Sunday, April 26, 2009

Pay attention to the dissenters

Talking about the Tea Parties (protesting high taxes, wasteful government spending, and unconscionably high deficits) across the country 11 days ago, Ross Douthat made a good point:
They resemble nothing so much as the anti-war protests during Bush's first term. ...

[A]nd just as George W. Bush benefited from having opposition to his policies identified with peacenik marchers in Berkeley and Ann Arbor, so Barack Obama probably benefits from having the opposition (such as it is) associated with a bunch of Fox News fans marching through the streets on Tax Day, parroting talk radio tropes and shouting about socialism. ...

Still, here we are in the sixth year of the Iraq War, and all those anti-war protests, their excesses and stupidities notwithstanding, look a lot more prescient in hindsight than they did (to me, at least) when they were going on. So if you're inclined to sneer and giggle at the Tea Parties, keep in mind that just because a group of protesters looks ragged, resentful, and naive, that doesn't necessarily mean they're wrong to be alarmed:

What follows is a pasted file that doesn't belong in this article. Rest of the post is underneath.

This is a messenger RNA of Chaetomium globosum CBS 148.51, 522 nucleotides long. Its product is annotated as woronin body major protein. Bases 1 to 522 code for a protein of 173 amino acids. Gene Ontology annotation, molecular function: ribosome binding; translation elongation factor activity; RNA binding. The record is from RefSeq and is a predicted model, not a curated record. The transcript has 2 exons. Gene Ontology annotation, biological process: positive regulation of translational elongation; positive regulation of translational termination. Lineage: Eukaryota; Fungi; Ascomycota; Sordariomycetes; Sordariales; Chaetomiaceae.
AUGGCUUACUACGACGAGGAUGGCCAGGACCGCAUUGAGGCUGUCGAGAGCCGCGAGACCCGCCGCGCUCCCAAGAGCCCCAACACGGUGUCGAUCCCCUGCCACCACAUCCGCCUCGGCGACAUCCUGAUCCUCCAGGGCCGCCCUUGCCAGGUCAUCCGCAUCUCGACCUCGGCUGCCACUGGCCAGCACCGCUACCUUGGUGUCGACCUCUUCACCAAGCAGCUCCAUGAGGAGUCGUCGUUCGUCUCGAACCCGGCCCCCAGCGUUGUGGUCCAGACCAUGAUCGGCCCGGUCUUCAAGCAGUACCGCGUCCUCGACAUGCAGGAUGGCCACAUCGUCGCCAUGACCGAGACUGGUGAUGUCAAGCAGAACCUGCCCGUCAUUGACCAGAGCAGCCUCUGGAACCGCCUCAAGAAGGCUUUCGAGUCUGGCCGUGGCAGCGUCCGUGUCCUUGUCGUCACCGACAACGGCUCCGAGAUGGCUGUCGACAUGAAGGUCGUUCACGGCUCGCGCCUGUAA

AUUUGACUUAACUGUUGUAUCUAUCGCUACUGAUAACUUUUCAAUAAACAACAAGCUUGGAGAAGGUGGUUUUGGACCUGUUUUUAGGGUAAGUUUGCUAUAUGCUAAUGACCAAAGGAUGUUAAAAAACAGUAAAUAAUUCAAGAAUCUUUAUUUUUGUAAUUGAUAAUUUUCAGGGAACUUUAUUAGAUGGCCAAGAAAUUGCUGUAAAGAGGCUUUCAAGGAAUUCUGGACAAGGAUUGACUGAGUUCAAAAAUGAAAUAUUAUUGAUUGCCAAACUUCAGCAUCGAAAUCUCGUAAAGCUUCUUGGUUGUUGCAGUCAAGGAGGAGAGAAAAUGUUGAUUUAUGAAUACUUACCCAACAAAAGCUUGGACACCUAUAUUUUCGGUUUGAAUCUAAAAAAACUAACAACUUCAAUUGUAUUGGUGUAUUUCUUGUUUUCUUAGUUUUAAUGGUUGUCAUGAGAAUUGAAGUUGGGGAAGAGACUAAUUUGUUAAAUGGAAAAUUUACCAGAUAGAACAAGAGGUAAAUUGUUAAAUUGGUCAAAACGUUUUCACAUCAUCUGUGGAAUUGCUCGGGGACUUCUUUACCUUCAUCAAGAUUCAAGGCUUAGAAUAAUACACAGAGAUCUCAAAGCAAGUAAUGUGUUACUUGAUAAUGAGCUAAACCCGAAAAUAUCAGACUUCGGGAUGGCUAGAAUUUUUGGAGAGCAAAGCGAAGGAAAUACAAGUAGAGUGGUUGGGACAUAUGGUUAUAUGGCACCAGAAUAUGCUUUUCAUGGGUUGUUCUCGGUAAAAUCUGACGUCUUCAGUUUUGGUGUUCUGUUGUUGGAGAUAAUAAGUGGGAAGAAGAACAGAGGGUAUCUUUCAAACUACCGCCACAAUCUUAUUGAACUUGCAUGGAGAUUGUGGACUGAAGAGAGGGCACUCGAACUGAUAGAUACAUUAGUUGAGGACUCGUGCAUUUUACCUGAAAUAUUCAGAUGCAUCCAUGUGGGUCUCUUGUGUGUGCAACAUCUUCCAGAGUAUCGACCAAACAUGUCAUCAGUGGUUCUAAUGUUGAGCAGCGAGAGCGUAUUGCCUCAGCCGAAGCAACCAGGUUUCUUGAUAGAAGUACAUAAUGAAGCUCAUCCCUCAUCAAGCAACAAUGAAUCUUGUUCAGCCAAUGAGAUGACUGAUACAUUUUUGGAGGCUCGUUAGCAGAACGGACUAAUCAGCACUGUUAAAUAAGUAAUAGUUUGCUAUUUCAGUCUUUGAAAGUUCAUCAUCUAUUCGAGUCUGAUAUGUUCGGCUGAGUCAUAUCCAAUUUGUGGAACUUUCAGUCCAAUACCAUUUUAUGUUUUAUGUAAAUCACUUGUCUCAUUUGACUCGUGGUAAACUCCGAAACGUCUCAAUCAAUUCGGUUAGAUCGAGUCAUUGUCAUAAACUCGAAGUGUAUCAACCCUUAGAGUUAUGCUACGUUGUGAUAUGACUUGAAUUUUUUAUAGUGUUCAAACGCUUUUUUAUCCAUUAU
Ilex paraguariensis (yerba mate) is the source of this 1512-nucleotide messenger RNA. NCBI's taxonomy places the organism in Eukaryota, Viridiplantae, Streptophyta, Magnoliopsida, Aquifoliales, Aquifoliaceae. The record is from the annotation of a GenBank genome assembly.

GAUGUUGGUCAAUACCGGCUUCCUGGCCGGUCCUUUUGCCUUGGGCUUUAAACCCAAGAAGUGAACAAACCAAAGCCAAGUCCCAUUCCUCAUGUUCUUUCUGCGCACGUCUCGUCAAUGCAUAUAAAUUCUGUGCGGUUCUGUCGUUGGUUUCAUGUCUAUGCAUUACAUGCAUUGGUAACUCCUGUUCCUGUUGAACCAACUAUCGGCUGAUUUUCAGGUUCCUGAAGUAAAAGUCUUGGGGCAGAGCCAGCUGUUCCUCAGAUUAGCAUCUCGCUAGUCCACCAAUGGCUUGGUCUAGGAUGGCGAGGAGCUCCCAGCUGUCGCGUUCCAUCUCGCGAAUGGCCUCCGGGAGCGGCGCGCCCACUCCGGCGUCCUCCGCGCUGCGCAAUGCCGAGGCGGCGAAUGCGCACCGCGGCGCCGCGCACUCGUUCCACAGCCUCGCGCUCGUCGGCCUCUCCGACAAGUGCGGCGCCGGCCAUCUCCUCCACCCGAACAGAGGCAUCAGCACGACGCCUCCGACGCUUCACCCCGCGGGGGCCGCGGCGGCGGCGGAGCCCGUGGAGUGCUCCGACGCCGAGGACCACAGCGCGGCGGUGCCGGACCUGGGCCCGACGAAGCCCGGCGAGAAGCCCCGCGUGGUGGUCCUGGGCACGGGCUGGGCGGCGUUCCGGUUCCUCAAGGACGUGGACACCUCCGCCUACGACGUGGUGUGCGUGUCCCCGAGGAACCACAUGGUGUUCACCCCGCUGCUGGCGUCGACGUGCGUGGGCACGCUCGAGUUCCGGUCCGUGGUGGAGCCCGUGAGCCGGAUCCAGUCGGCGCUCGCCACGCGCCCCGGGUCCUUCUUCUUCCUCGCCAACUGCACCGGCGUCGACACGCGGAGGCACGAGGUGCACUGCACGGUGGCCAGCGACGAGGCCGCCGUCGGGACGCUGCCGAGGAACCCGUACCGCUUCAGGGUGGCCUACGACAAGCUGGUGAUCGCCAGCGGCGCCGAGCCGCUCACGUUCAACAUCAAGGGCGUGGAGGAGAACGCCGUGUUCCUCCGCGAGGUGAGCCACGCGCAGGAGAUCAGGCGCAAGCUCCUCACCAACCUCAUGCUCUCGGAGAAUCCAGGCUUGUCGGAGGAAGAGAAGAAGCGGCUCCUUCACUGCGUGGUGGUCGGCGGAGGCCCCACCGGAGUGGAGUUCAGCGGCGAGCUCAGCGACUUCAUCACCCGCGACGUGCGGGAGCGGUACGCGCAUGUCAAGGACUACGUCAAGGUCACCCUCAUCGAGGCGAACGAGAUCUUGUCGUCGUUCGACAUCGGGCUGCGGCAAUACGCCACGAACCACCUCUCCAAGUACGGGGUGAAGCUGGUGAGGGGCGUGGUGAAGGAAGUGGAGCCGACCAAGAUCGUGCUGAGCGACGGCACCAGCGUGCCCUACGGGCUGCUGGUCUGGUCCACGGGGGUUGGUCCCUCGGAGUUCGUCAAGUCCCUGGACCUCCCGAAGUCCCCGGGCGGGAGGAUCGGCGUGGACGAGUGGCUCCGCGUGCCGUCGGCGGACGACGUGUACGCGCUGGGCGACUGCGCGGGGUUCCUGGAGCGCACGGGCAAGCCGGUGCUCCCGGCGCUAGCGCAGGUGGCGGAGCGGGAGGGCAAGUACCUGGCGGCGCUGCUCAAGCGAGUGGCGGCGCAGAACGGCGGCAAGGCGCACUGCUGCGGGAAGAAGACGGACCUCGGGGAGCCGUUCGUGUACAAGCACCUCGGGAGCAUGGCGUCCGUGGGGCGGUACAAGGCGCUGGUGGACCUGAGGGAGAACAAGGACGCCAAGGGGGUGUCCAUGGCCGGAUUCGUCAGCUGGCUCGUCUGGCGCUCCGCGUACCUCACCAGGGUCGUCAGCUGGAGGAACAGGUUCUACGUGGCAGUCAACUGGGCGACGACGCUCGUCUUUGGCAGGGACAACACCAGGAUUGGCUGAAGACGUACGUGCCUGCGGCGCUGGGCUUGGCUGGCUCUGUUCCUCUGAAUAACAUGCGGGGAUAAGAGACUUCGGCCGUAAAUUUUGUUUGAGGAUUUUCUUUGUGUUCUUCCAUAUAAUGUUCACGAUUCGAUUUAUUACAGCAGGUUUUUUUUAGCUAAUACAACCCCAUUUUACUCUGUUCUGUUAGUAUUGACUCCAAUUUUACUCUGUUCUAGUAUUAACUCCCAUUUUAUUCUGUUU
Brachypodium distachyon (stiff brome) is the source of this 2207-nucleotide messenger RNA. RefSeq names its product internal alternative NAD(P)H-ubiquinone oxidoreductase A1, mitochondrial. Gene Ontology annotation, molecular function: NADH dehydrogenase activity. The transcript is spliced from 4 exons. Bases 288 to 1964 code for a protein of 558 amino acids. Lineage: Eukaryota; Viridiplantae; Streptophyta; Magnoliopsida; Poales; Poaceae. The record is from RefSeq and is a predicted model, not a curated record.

I'd say that the protests, which were largely peaceful, respectful affairs, are filled with folks who are neither ragged nor naive. They sure as hell are resentful, though. As well they should be.

Bush was a very popular president, once. Many folks forget, since he was so radioactive by the time he left, but Bush's approval ratings were well above 65% for more than two years. Currently, Obama's rating is between 60-65%. Of course, having the media in the tank for him should help him initially. As time passes, though, I expect Americans -- even Liberal dittoheads -- to weary of the Soviet-style adoration that every network besides Fox gives him. As Bush found out, nemesis always follows hubris.

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